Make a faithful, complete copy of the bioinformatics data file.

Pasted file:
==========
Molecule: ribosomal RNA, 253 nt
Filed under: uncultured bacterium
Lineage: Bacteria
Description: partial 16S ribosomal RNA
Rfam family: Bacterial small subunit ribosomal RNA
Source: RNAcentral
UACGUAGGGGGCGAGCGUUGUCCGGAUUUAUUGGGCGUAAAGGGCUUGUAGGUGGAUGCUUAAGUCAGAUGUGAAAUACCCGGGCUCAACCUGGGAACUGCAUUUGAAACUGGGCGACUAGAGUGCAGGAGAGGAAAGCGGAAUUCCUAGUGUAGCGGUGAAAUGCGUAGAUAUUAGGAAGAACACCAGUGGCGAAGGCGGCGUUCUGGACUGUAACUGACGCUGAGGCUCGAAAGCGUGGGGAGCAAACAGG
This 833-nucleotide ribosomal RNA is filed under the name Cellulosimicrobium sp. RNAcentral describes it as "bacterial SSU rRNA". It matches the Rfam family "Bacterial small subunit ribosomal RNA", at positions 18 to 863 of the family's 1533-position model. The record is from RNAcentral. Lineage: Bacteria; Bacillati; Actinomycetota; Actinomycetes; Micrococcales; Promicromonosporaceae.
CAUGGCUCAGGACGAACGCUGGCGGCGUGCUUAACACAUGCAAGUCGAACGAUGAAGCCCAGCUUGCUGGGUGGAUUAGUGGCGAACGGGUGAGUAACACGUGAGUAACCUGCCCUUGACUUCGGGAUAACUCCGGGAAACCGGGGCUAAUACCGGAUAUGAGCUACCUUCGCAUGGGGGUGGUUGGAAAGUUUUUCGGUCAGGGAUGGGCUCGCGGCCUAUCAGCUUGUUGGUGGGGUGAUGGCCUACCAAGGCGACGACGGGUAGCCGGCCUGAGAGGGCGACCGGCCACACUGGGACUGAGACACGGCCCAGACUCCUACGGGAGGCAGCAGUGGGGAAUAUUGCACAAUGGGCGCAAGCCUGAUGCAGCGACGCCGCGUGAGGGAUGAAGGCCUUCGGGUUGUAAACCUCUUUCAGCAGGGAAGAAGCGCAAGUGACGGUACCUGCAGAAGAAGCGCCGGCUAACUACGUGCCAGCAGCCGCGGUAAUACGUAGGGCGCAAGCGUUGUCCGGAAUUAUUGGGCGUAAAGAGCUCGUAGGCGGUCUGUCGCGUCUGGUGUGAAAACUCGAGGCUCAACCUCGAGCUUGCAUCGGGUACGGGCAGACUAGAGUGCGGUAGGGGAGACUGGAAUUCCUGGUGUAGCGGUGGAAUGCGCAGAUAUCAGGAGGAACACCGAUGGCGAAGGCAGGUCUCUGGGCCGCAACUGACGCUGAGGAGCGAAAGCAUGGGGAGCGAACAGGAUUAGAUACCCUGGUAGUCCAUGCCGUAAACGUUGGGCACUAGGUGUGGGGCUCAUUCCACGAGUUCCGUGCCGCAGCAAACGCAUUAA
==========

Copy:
Molecule: ribosomal RNA, 253 nt
Filed under: uncultured bacterium
Lineage: Bacteria
Description: partial 16S ribosomal RNA
Rfam family: Bacterial small subunit ribosomal RNA
Source: RNAcentral
UACGUAGGGGGCGAGCGUUGUCCGGAUUUAUUGGGCGUAAAGGGCUUGUAGGUGGAUGCUUAAGUCAGAUGUGAAAUACCCGGGCUCAACCUGGGAACUGCAUUUGAAACUGGGCGACUAGAGUGCAGGAGAGGAAAGCGGAAUUCCUAGUGUAGCGGUGAAAUGCGUAGAUAUUAGGAAGAACACCAGUGGCGAAGGCGGCGUUCUGGACUGUAACUGACGCUGAGGCUCGAAAGCGUGGGGAGCAAACAGG
This 833-nucleotide ribosomal RNA is filed under the name Cellulosimicrobium sp. RNAcentral describes it as "bacterial SSU rRNA". It matches the Rfam family "Bacterial small subunit ribosomal RNA", at positions 18 to 863 of the family's 1533-position model. The record is from RNAcentral. Lineage: Bacteria; Bacillati; Actinomycetota; Actinomycetes; Micrococcales; Promicromonosporaceae.
CAUGGCUCAGGACGAACGCUGGCGGCGUGCUUAACACAUGCAAGUCGAACGAUGAAGCCCAGCUUGCUGGGUGGAUUAGUGGCGAACGGGUGAGUAACACGUGAGUAACCUGCCCUUGACUUCGGGAUAACUCCGGGAAACCGGGGCUAAUACCGGAUAUGAGCUACCUUCGCAUGGGGGUGGUUGGAAAGUUUUUCGGUCAGGGAUGGGCUCGCGGCCUAUCAGCUUGUUGGUGGGGUGAUGGCCUACCAAGGCGACGACGGGUAGCCGGCCUGAGAGGGCGACCGGCCACACUGGGACUGAGACACGGCCCAGACUCCUACGGGAGGCAGCAGUGGGGAAUAUUGCACAAUGGGCGCAAGCCUGAUGCAGCGACGCCGCGUGAGGGAUGAAGGCCUUCGGGUUGUAAACCUCUUUCAGCAGGGAAGAAGCGCAAGUGACGGUACCUGCAGAAGAAGCGCCGGCUAACUACGUGCCAGCAGCCGCGGUAAUACGUAGGGCGCAAGCGUUGUCCGGAAUUAUUGGGCGUAAAGAGCUCGUAGGCGGUCUGUCGCGUCUGGUGUGAAAACUCGAGGCUCAACCUCGAGCUUGCAUCGGGUACGGGCAGACUAGAGUGCGGUAGGGGAGACUGGAAUUCCUGGUGUAGCGGUGGAAUGCGCAGAUAUCAGGAGGAACACCGAUGGCGAAGGCAGGUCUCUGGGCCGCAACUGACGCUGAGGAGCGAAAGCAUGGGGAGCGAACAGGAUUAGAUACCCUGGUAGUCCAUGCCGUAAACGUUGGGCACUAGGUGUGGGGCUCAUUCCACGAGUUCCGUGCCGCAGCAAACGCAUUAA